So when a fan alerted the band to the exact Topshop jacket, which, besides the phrase “Against Me!” on its sleeve, also had the word “VANDALS” emblazoned across the back, litigation was the last thing on Escalante’s mind.
The stencil had indeed been cribbed from a shirt The Vandals sold in England and Europe, but the band thought it was “hilarious” that someone would mine The Vandals’ “humble, simple punk” ethos for a fashion statement, Escalante said in an interview.
“Someone took that image and said, ‘Hey, that would make a good fashion statement of some kind,’” Escalante said. “‘They don’t wanna take the time to earn their credibility in the streets. What if we just made them a $400 [sic] jacket and they could have credibility overnight?’”
So the band only made a Facebook post, lightly ribbing Topshop and punk aspirants with deep pockets. When Against Me! got the jacket recalled, they were actually a little sad to see it go. This realistic and lighthearted approach was thoroughly informed by their nightmarish legal battles against Variety, Escalante said. Who’d want to take on that kind of futile court struggle over a jacket, especially one that hardly affected The Vandals in the first place?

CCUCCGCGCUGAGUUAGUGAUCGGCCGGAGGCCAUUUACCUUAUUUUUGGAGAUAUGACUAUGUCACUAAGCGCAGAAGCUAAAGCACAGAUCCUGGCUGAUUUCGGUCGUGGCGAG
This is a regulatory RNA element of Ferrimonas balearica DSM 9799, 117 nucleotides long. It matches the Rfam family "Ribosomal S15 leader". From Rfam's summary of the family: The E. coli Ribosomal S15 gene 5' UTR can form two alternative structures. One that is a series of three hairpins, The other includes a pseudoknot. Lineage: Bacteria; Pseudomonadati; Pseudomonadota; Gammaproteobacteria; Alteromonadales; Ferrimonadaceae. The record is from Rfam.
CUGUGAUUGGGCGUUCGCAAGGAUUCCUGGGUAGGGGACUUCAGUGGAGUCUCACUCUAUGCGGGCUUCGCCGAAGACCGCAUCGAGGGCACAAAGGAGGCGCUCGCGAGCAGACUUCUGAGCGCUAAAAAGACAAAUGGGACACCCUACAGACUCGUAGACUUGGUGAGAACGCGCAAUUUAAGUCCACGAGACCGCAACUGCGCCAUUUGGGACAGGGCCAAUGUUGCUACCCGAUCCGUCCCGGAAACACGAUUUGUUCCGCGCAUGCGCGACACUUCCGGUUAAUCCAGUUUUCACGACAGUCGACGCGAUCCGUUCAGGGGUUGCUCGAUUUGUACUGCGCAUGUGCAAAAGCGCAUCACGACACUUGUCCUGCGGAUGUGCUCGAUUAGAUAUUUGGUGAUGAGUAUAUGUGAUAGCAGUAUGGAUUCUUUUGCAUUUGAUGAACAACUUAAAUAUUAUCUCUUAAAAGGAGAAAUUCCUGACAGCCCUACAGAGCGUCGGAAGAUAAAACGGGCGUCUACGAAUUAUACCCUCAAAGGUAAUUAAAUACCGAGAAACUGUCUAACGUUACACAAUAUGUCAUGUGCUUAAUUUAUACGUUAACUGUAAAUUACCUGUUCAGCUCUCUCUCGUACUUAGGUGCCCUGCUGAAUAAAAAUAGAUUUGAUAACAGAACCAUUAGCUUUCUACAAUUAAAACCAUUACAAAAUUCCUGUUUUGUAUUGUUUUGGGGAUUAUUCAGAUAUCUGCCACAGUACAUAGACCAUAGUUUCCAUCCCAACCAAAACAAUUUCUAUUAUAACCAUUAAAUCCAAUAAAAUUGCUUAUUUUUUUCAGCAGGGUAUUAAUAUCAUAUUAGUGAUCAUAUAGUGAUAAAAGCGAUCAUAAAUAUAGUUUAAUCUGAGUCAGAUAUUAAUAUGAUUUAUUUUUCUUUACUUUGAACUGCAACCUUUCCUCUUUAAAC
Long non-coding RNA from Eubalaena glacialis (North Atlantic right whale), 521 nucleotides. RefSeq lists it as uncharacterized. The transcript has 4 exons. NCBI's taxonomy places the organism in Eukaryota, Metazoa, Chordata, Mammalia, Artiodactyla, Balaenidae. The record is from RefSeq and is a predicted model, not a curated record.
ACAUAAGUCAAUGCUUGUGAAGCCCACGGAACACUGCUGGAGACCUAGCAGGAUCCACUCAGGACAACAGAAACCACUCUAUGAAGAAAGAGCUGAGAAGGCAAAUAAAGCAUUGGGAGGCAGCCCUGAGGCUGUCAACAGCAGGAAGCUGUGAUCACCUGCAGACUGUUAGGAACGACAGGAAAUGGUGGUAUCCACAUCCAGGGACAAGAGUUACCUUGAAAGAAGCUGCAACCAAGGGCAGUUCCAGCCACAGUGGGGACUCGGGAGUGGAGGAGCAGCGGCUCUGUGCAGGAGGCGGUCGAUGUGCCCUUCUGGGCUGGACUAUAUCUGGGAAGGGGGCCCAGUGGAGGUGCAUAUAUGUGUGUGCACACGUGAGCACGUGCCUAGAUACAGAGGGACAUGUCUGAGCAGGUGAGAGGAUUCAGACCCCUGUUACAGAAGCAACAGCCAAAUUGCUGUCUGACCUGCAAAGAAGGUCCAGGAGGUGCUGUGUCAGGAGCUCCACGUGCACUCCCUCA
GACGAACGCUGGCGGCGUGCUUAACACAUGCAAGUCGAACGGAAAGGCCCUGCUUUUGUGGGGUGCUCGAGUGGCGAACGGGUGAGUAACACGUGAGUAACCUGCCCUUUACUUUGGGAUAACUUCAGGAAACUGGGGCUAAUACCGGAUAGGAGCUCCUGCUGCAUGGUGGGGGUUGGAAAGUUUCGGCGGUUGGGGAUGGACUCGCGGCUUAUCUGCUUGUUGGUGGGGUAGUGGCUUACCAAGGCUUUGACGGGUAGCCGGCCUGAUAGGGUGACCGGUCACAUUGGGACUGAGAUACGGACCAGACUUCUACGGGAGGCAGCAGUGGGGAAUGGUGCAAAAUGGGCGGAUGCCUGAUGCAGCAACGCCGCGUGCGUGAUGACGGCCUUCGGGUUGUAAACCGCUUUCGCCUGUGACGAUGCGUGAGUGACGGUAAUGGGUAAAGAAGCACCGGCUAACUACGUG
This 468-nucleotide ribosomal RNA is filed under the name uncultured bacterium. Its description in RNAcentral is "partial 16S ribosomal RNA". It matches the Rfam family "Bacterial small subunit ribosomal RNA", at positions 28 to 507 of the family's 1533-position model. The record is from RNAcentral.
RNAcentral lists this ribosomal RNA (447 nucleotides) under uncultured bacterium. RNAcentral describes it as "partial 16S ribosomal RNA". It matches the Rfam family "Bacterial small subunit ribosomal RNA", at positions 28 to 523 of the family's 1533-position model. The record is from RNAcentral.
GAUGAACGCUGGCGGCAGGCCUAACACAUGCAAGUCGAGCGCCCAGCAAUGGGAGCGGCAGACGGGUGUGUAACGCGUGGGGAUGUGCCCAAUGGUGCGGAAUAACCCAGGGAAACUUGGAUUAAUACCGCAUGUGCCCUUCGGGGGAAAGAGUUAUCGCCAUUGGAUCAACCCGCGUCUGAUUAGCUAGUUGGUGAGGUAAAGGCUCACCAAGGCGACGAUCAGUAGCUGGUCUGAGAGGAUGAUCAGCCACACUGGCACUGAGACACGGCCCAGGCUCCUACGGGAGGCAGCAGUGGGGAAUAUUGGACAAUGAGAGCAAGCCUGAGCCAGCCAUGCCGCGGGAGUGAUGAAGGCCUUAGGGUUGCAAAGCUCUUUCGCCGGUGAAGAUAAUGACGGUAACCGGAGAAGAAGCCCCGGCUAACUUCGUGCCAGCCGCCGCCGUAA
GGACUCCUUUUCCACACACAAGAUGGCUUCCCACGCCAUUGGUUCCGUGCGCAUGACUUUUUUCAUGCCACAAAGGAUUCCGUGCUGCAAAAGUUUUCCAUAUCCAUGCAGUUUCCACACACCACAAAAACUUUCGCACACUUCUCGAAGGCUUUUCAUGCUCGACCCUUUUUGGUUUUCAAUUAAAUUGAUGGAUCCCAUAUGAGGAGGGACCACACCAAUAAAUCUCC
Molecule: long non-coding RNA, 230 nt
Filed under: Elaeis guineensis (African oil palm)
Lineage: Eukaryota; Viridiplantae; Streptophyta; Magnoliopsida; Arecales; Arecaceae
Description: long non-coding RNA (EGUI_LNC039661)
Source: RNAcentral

“If it’s a guy making a t-shirt and selling it out in front of a punk show, then that’s our business. If someone did that, we would probably fight them. This is just craziness. It’s not taking any of our business,” he said. “If there’s anyone on that jacket who has a high-end jacket market these guys are muscling in on, then go get mad. But we don’t.”
Bands should demand compensation from these offending companies, the argument goes, because these retailers are making money off, if not these bands’ very names, the culture and aesthetic these bands are immersed in and have helped to foster. But it could be difficult for bands to determine what kind of damages they’re owed, especially if their consumer bases are so different. It raises the question: Did this $700 pre-studded leather jacket actually divert consumers away from official Against Me! and The Vandals merch?